Centuries later, the McCraes had made themselves sufficiently unpopular with their leaders that they were invited to colonise new lands (or, as one legend has it, lured onto a boat full of whiskey and set adrift). Through many dangers and privations, they made their way to Port Phillip Bay, where they discovered that they had once again been beaten by the people they referred to as ‘the bastard English’. Claiming a windswept hill as their own, the Clan McCrae settled down to a life of alcoholism and subsistence farming, occasionally enlivened by righteous donnybrooks with the Irish farmers who lived next door. The area still bears their name today, but alas, their attempts to start a distillery there failed utterly.

Suburbs near McCrae:

Port Phillip Bay Port Phillip Bay Port Phillip Bay
Rosebud McCrae Dromana
Rosebud Rosebud Arthur’s Seat

Junction Village

Some activities, although vital to the functioning of a modern society, are simply too dangerous to take place too close to a centre of population. Were it not so, there would be a nuclear power plant on the site of Fitzroy Gardens, or a artillery training range in Albert Park Lake.

In the Victorian era, as the world slowly transitioned from coal power to gas power and on, electrical power was a new and little trusted power source. Matters we today take for granted, such as adequate insulation, were painstakingly worked out in this era by trial and (all to often fatal) error. The city of Melbourne was determined not to see a repeat of such events, which had marred the progress of electricity in London, Paris and New York, happen here. (There may also have been an overly uncritical reading of the screeds of one T. Edison of Menlo Park, New Jersey involved.)

And so a site that was distant but not too distant was sought, and eventually found. Here, electricity would be investigated and tamed before it was allowed into Melbourne proper. Or at least, that was the plan. In fact, the power station generated enough power for a relatively small radius, but was soon lost to attenuation. Electric Village, as it was then known, was a brightly-lit island in the darkness each night, but not much more. Over time, however, it came to be seen that electricity was reasonably safe (especially in comparison to how explosive gas could be), and other power stations were built closer to the city itself.

The village ceased, slowly, to have an identity based around electricity, and instead became associated with the support industries that had sprung up in support of the power station. For decades afterwards – until the 1950s, and the onslaught of cheaper Asian equivalents – it was the greatest manufacturing centre for electrical supply equipment in all of Australia. Wires, cables, switches and junction boxes were all made here, and the quality of the lattermost was a byword for three generations of electricians, and the source of the village’s current name.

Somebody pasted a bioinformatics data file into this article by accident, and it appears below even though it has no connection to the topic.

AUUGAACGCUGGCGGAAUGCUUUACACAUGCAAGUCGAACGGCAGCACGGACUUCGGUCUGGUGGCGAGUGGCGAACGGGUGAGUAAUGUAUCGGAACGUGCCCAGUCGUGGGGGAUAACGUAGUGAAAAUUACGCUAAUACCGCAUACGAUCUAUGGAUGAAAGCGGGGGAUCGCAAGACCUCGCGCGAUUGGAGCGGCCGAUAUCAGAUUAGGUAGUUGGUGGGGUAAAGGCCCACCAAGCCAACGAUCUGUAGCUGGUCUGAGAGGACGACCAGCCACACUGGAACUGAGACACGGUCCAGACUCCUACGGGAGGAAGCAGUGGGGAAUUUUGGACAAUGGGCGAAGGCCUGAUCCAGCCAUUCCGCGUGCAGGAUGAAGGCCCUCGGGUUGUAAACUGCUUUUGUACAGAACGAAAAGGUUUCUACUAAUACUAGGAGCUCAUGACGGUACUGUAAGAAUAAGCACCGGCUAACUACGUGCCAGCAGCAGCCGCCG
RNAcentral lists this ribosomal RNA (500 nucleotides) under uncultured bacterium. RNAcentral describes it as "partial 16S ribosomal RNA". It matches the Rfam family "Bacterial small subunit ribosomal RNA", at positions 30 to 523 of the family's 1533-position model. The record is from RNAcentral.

Suburbs near Junction Village:

Cranbourne Cranbourne Cranbourne East Cranbourne East
Cranbourne Junction Village Junction Village Cranbourne East
Cranbourne Junction Village Junction Village Devon Meadows
Botanic Ridge Botanic Ridge Devon Meadows Devon Meadows


Rainfall patterns have shifted since European settlement of Melbourne, largely as a result of the slow but inexorable deforestation of the hills surrounding the city. Nowhere has this process been more notable than in the hills to the north east of the city, the broad area running roughly from Plenty to Lilydale. As a result, the tributaries of the Yarra in that area, from the Plenty River and all the smaller creeks and streams lying between it and the Yarra’s headwaters and running into its northern banks, have all diminished in flow over the years.

Nowhere is this process more clearly seen than in Hurstbridge, along the course of Arthurs Creek. When the area was first explored, the watercourse was wide and notable enough to be called Arthurs River. A bridge crossing it, leading on to Panton Hill and St Andrews, was built only at great expense. The sandstone used in its construction ended up giving the area its name – quarried at Sandhurst, far to the south, the bridge became known as the Hurst Bridge. Originally, this was merely the nickname given to it by the workmen who constructed it, but it was soon adopted for the area as a whole.

But even before the bridge was completed, the depth of Arthurs River had diminished. It would continue to do so for many years afterwards, until today the amount of water that courses through Arthurs Creek reaches 2% of its further volume only in particularly rainy winters. The bridge itself was accidentally destroyed by American soldiers in World War Two, when they attempted to drive a quartet of Sherman tanks over it, only to discover that without the pressure of the water to hold them in place, its foundations had become unstable. It is a minor miracle that there was no loss of life in the fall of the bridge. Today, no sign of it remains, its few standing remnants having been used for target practice by the tank crews.

Suburbs near Hurstbridge:

Doreen Nutfield Cottles Bridge Panton Hill
Doreen Hurstbridge Hurstbridge Panton Hill
Yarrambat Hurstbridge Hurstbridge Panton Hill
Diamond Creek Hurstbridge Hurstbridge Kangaroo Ground
Diamond Creek Wattle Glen Wattle Glen Kangaroo Ground